PURPOSE: Women at an elevated lifetime risk for breast cancer (BC), including carriers of pathogenic mutations in BC predisposition genes, are recommended intensified BC screening that includes annual mammography (MG) and annual breast MRI. Controversy exists regarding the clinical utility of MRI as a screening tool in high-risk women. This paper is intended to review recent advances and remaining areas of uncertainty in order to further facilitate the incorporation of breast MRI into an intensified BC screening protocol for women at high familial risk and BRCA carriers. METHODS: A multidisciplinary team of medical oncologists and a radiologist specializing in the treatment of BC and high-risk patients searched PubMed to identify studies deemed to have the highest scientific value. Since none of the initial MRI studies were randomized, meta-analyses examining breast MRI screening in high-risk women were prioritized for inclusion. RESULTS: Breast MRI performs well in high-risk women, including mutation carriers. Breast MRI screening allows for the detection of early stage, likely curable invasive BC. It is mandatory that radiologists receive appropriate MRI training to reduce false positives and unnecessary biopsies. MRI screening is cost-effective in the highest risk patients and new clinical trials are open examining abbreviated and ultra-fast MRI techniques as a tool to drive down costs and improve specificity. CONCLUSIONS: As breast MRI is recommended as part of an intensified screening program in addition to mammography for high-risk women, it important that health care providers understand the benefits and limitations of this screening modality for high-risk women, as well as areas for further investigation.

17.
Cancer ; 126(17): 4013-4022, 2020 Sep 01.
Artigo em Inglês | MEDLINE | ID: mdl-32521056

RESUMO

BACKGROUND: Genomic assays such as Oncotype Dx (ODX) and MammaPrint are used for risk-adapted treatment decisions among patients with early breast cancer. However, to the authors' knowledge, concordance between genomic assays is modest. Using real-world data, the authors performed a comparative analysis of ODX and MammaPrint. METHODS: A cohort of women diagnosed with early-stage, hormone receptor-positive breast cancer who received ODX or MammaPrint was established using the National Cancer Data Base (NCDB) for 2010 through 2016. Using the propensity score matching method, 2 groups of patients with similar clinical and demographic characteristics were defined: one group received ODX and the other received MammaPrint. The authors examined the association between use of the ODX or MammaPrint assays and overall survival using Cox models. RESULTS: Of the 451,693 eligible patients, approximately 45.3% received ODX and 1.8% received MammaPrint testing. The use of ODX increased from 36.1% in 2010 to 49.9% in 2016, whereas use of MammaPrint increased from 0.5% in 2010 to 3.3% in 2016. The authors matched 5042 patients who received ODX with 5042 patients who received MammaPrint. The 5-year risks of death for the MammaPrint low-risk group and the ODX low-risk group were 3.4% and 4.7%, respectively. The prognostic value of MammaPrint was similar to that of ODX; the C-index was 0.614 (95% confidence interval, 0.572-0.657) for MammaPrint and 0.581 (95% confidence interval, 0.530-0.631) for ODX. There was a difference in the performance of the ODX assay observed across racial and/or ethnic groups (P < .001), with a slightly better performance noted among white compared with African American and Hispanic individuals. CONCLUSIONS: Both the ODX and MammaPrint tests are good at identifying low-risk individuals who could be spared chemotherapy. The suboptimal performance of ODX in ethnic minority individuals deserves further investigation.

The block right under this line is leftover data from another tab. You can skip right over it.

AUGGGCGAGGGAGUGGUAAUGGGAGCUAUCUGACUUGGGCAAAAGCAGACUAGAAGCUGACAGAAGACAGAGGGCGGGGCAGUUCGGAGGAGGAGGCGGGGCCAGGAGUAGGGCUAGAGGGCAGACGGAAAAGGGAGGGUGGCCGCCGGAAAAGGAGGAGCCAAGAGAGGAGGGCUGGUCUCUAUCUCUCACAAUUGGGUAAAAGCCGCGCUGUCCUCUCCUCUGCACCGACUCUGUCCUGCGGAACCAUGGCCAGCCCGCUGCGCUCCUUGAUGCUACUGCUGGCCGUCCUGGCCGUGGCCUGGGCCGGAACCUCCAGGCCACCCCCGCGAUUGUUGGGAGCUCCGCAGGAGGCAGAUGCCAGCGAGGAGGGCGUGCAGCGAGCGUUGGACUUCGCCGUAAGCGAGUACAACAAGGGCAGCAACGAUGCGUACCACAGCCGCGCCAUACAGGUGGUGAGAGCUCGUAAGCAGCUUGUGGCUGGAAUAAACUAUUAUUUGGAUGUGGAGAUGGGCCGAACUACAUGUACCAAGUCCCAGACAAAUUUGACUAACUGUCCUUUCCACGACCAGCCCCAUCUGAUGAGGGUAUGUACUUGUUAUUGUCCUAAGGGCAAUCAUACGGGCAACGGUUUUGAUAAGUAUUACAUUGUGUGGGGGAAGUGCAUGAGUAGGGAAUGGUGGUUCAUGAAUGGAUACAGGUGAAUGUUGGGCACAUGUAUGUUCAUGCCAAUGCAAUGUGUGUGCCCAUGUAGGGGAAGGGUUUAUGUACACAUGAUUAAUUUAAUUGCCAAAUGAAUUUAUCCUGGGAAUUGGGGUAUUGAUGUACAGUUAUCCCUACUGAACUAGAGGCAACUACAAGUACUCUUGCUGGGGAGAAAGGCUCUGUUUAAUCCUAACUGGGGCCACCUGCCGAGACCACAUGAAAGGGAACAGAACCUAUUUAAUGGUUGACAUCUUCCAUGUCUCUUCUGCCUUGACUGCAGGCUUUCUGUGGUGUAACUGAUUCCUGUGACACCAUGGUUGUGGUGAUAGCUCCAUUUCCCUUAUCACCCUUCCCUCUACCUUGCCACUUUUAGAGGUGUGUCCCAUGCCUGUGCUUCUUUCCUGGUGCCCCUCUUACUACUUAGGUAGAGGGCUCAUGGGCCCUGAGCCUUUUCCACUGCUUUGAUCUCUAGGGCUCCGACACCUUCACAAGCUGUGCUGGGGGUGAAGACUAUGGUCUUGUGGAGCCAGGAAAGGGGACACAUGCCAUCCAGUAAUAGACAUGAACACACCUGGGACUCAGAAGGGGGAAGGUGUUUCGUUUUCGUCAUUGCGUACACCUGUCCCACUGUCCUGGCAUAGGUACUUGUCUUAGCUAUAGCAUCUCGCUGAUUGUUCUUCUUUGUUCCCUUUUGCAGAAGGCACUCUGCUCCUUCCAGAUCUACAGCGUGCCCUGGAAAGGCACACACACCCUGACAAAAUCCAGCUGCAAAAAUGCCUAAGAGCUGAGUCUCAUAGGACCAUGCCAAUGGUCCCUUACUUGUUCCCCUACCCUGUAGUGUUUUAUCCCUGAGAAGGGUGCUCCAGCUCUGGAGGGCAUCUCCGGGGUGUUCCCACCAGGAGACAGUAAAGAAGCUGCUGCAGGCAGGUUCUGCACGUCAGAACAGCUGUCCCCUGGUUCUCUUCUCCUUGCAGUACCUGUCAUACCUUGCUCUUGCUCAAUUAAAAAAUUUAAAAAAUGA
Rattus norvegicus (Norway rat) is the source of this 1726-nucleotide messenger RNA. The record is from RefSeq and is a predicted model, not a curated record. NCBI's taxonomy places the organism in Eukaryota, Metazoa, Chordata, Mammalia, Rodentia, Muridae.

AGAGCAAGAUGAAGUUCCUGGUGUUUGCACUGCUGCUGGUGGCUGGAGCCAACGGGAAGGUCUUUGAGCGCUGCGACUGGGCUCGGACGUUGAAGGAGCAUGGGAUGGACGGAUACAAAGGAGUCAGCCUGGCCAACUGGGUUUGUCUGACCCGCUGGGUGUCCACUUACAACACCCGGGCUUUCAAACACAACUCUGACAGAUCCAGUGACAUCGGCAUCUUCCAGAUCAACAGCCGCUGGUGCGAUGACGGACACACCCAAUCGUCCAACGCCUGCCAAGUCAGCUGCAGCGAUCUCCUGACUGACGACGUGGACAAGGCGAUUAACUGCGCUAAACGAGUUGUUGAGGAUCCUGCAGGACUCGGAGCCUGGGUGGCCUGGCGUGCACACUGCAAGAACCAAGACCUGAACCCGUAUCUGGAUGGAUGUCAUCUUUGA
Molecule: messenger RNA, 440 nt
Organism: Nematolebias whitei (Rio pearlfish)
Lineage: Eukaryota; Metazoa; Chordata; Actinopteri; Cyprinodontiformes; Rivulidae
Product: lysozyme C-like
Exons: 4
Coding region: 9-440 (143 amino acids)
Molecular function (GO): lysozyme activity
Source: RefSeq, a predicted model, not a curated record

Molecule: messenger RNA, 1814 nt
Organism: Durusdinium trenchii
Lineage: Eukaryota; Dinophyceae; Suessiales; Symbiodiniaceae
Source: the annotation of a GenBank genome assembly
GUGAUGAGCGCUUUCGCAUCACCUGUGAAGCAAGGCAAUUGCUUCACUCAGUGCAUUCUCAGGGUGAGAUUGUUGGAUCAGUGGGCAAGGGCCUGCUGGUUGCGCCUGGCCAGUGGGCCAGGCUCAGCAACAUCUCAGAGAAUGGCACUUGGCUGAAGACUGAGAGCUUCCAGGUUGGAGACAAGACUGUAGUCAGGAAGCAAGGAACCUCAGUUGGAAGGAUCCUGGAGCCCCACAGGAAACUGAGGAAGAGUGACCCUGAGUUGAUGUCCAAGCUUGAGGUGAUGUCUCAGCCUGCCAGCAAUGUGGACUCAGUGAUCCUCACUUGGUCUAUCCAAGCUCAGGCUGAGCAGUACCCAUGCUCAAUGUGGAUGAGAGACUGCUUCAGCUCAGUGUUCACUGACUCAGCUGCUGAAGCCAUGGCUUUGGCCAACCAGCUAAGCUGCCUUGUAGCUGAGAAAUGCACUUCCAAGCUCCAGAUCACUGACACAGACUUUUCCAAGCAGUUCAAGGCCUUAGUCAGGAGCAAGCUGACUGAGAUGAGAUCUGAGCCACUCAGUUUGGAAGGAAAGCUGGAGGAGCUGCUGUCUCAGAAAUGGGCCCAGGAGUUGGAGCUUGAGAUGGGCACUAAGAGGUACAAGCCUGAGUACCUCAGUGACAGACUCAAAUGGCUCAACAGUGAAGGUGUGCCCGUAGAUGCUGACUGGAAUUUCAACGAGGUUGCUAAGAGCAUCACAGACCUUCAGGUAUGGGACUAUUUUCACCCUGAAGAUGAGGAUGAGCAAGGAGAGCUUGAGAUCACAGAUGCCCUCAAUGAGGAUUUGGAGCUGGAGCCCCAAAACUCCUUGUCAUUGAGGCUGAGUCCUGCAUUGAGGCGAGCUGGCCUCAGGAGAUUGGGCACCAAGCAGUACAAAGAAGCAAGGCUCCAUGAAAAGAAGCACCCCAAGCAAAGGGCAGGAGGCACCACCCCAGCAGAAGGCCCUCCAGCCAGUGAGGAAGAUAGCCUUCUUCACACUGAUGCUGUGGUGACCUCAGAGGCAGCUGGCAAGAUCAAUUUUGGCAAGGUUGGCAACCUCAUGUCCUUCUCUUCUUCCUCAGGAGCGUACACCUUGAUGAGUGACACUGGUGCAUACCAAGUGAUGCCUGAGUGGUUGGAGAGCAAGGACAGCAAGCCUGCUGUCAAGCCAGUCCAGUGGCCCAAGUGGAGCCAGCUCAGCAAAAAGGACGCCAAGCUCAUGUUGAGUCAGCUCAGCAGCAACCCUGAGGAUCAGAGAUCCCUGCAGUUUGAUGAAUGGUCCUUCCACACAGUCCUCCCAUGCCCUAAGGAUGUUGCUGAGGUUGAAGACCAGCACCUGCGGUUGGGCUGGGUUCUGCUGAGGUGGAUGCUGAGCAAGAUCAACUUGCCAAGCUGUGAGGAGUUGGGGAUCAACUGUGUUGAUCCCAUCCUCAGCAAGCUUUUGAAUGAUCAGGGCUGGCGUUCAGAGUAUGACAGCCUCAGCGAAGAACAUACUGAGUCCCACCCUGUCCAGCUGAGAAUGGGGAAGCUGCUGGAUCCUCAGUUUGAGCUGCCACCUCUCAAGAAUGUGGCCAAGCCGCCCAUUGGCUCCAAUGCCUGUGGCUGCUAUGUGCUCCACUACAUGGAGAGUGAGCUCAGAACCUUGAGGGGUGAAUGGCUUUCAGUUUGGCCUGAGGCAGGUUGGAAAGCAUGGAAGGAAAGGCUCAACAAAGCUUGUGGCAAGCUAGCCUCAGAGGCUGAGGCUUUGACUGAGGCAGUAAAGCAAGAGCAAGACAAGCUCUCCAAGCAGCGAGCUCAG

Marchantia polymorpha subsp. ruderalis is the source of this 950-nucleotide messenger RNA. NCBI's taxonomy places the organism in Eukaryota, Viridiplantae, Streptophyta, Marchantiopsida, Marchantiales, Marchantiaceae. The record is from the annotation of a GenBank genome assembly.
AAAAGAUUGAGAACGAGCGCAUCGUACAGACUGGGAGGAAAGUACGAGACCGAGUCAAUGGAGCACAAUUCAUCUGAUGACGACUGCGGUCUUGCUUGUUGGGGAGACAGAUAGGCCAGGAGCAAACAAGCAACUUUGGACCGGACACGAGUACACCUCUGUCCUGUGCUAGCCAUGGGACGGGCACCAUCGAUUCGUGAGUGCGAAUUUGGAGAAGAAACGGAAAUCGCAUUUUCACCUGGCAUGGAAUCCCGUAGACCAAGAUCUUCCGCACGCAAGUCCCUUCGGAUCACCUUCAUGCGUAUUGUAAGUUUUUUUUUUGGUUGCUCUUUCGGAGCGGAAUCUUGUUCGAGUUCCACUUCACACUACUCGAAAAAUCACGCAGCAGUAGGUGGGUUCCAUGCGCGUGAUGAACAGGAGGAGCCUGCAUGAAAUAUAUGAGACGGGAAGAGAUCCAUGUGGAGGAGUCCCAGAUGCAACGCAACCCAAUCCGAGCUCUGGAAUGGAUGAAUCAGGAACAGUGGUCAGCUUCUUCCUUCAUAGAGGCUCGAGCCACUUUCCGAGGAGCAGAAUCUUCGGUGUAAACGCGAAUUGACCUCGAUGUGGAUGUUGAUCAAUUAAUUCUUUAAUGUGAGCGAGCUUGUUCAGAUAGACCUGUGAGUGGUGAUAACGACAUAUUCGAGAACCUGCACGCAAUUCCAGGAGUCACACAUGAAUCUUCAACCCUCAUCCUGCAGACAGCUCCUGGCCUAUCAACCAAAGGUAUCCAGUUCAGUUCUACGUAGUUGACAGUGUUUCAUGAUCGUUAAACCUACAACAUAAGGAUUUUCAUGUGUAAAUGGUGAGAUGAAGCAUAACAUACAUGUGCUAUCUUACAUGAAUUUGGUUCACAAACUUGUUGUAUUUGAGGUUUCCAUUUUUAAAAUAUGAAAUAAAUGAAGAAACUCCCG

18.
Lancet Haematol ; 7(7): e534-e540, 2020 Jul.
Artigo em Inglês | MEDLINE | ID: mdl-32589979

RESUMO